My mother made most of my clothes growing up, and also made things as difficult as sport coats and dress slacks for Daddy. I did my best to follow in her footsteps, but am not nearly the seamstress she is. I do, however, remember buying patterns and making maternity clothes for myself and baby clothes for the boys. Lucky for them, they received a lot of gifts so I didn’t have to do that very long! Then my sewing machine died and everyone got off easy instead of having to wear my crooked seams and gathered sleeves—which weren’t supposed to be gathered.
One thing I remember well was that if I didn’t follow the pattern, nothing turned out right. The seams didn’t match, the zippers didn’t fit in where they were supposed to, and forget about making the stripes and plaids meet—it was simply impossible.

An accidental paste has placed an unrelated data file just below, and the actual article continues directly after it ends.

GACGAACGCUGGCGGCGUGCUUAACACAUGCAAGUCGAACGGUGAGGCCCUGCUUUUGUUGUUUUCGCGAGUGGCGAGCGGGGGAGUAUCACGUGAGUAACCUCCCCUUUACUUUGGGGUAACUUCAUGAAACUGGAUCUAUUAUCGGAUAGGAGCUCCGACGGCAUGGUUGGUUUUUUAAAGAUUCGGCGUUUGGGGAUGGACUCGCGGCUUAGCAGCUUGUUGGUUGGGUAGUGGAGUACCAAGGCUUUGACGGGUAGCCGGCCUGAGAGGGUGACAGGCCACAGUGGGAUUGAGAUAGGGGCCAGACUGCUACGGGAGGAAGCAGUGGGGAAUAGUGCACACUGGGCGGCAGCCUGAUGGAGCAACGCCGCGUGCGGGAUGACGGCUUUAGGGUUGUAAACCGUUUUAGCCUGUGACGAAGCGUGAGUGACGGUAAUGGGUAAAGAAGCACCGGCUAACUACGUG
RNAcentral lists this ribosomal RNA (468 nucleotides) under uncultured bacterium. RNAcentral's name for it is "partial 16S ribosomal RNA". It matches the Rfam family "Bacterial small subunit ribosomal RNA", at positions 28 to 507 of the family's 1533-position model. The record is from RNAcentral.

A lot of people follow patterns—architects, electricians, plumbers, masons. If they don’t follow the blueprints (patterns) their customers are very unhappy. So what is the big deal about needing to follow a pattern in the church? Why does every generation think it’s not only impossible but unnecessary? Maybe because we haven’t told them why we follow the pattern, maybe because we don’t know why either.
So we get questions like these: Is it really necessary to follow the examples set in the New Testament? How do we know which examples to follow? A lot of people go haywire and forget common sense, throwing out ridiculous scenarios to try to circumvent the need to do what God has plainly shown us He wants to be done.
So for the next few days we will examine a few things about patterns in the church, things I bet you never knew were there. But they aren’t really that difficult to see if you have the mind to see them instead of one that wants to see what it wants to do instead. Set aside your preconceived notions, and your ill-conceived ones too, and join me for the next three days.
Hold the pattern of sound words which you have heard from me, in faith and love which is in Christ Jesus. 2Tim 1:13